In the discussion about Christian’s wielding power over others through the means of democratic government, the question comes up of what is good.
The crux of the question is: Is forcing people to behave in a particular way, so that people’s lives are easier, more comfortable, ‘nicer’, etc., “good”?
I can see that for most people a “good” thing is something that makes life ‘better’ for people. On the other hand we see that ultimately ‘good’ is having a relationship with God, which makes ‘evil’ the state of not having a relationship with good. ‘Good acts’ are therefore the things that we do that come out of our relationship with God and ‘evil acts’ are those things that we do separate from God’s influence. These two views of what ‘good’ is are virtually opposed to each other – the first claiming that good is independent of God, the second that it is dependent on God.
There is nothing wrong with having a subjective definition of ‘good’, it’s quite useful to be able to say “hey that’s good”. However, if we are trying to do good and we believe in God then the idea that we can do good apart from God is actually rather a distraction and can take us away from the good that God wants us to do. In fact, we can end up behaving in ways that oppose God in order to do what we feel is good. Take the simple statement “love your enemy” – we can suddenly turn that on it’s head if we believe that we can do ‘good’ by killing our enemy and stopping them doing the evil things that they were going to do. 🙁 (as if somehow ‘good’ can fill the gap left by the evil things that weren’t committed by our enemy)
This relates to my previous post ‘Freedom
‘, where I ponder whether freedom is a prerequisite for good and whether anything that is forced cannot be good.
It seems to me that God created us with the intention that we have freedom. Before the fall Adam and Eve were entirely free, free to do whatever they wanted – note that they only wanted to do good stuff.
When I think about Jesus’ approach to things, the same seems true – he appears to only give us freedoms. He hasn’t tried to override our free choice – he wants us to freely choose to accept His ways. He challenges us but he doesn’t seem to have made (forced) anyone to do anything. When we do what He wants it seems to me that we do it because part of us wants to do it. Our motive is inside us and the outcome is the good that we do because of that good motive inside of us.
So perhaps we shouldn’t force others to do anything? Obviously the Crusades come to mind, but also other types of politics. Should we force people to pay taxes for good causes by using our power to vote in government elections? Sure, the result may appear to be good, but isn’t there a problem with us impinging on people’s freedoms, and claiming to be acting on behalf of Jesus?
Good time with ICC students in Glasgow if you are trying to find the notes they are on the FYT site here
. Good to meet Chic and hear about stuff going on in Perth and great to spend the evening with the fantastically grounded Hot Choclate and chat to the team. Still here but on my way to aberdeen.
I am off to Scotland next week and have 9 training sessions booked in from Glasgow to Aberdeen via Perth and Dundee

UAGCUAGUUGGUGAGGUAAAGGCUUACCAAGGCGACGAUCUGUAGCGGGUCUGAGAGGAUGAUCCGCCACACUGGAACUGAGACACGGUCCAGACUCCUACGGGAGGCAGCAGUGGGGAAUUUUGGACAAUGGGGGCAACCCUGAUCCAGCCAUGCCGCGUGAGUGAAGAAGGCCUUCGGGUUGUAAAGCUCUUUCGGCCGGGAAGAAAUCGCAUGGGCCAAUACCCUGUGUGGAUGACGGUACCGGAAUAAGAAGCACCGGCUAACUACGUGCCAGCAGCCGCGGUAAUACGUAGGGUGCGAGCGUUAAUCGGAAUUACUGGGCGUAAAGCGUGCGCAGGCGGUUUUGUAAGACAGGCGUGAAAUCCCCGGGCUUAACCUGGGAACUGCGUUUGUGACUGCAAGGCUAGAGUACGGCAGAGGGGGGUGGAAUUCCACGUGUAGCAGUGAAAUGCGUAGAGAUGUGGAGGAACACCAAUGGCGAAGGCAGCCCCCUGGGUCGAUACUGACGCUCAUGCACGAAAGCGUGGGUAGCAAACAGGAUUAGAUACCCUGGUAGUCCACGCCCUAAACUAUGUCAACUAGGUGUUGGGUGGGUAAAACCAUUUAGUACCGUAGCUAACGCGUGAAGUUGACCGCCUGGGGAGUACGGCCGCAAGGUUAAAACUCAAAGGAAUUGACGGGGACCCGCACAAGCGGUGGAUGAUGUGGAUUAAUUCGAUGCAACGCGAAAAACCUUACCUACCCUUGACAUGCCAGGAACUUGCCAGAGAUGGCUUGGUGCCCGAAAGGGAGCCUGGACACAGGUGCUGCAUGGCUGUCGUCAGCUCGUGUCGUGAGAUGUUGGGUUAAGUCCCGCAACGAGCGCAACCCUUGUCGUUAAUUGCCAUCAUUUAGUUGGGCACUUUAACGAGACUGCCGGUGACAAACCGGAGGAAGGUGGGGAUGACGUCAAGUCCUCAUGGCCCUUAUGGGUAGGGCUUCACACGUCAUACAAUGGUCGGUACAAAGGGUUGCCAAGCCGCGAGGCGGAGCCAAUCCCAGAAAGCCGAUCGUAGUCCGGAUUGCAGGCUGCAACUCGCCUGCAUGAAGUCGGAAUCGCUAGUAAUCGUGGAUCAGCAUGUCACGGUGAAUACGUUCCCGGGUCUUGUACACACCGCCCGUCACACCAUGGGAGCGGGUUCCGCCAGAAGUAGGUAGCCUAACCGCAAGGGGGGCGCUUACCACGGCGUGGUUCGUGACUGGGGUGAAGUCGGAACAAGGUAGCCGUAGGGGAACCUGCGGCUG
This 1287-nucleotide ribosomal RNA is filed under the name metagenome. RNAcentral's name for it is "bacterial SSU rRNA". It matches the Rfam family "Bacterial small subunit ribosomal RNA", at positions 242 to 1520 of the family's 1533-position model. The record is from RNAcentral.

Below are some of sessions slides I will be using
From Off the beaten track to Church on the edge
informal education and semi-detached work
informal education and CPR
There is a link between creativity and thinking outside the box, I have often used edward de bonos ideas for creativity thinking for youth work, and it is great for coming up for ideas for parties but when you explain such random ideas to your friends on the invites you do get the odd strange look. Anyway following on from last years weird beard new years eve party this year thanks to creative thinking processes we are doing One for the road – Come as or with your favourite roadsign!
Over at the the FYT blog
I have started a series on values led mission, the first was Powerlessness, and now incarnation, comments and thoughts welcome
We have finally decided on the new name for the project Streetspace, (prize to Paul) and we have been given a grant of 5k to help postion the project, for some admin support and activities for the next year. So all being well we should be up and running again soon and back at the indian resturant with the young people through the winter.
It is interesting what we see as valuable contributions to dialogue about theology, and what criteria people use to make judgements may contribute to theological discourse. Is it a well reserached piece of exegesis, or biblical study? Is it the qualifications someone has? Is it because we view them as sound, or endorsed by an institution?
I am and the church on the edge or flow work is often in the marmite category, people love it or hate it. Sometimes this is because people dont know me and I use lots of short cuts when I speak about the work, assuming that people have a shared understanding which they dont, – so I loose people or lead them to assume a level of heresy that is not true. However I came across this great quote from Gutierrrez and is one which I need to remember when I hear other peoples stories.
Every theology has a universal significance or to put it more accuratly, every theology is a question and a challenge for belivers living other human situations”
I’m just posting this to add to the archives on the topic ‘Government’ which I (Mark) haven’t added to recently.
Found this great criticism of the activities of Jim Wallis (of sojo.net):
One note I want to add is that his criticism of ‘the social gospel’ is specifically a criticism of social works via government. He doesn’t appear to criticise doing socially good things personally (oneself).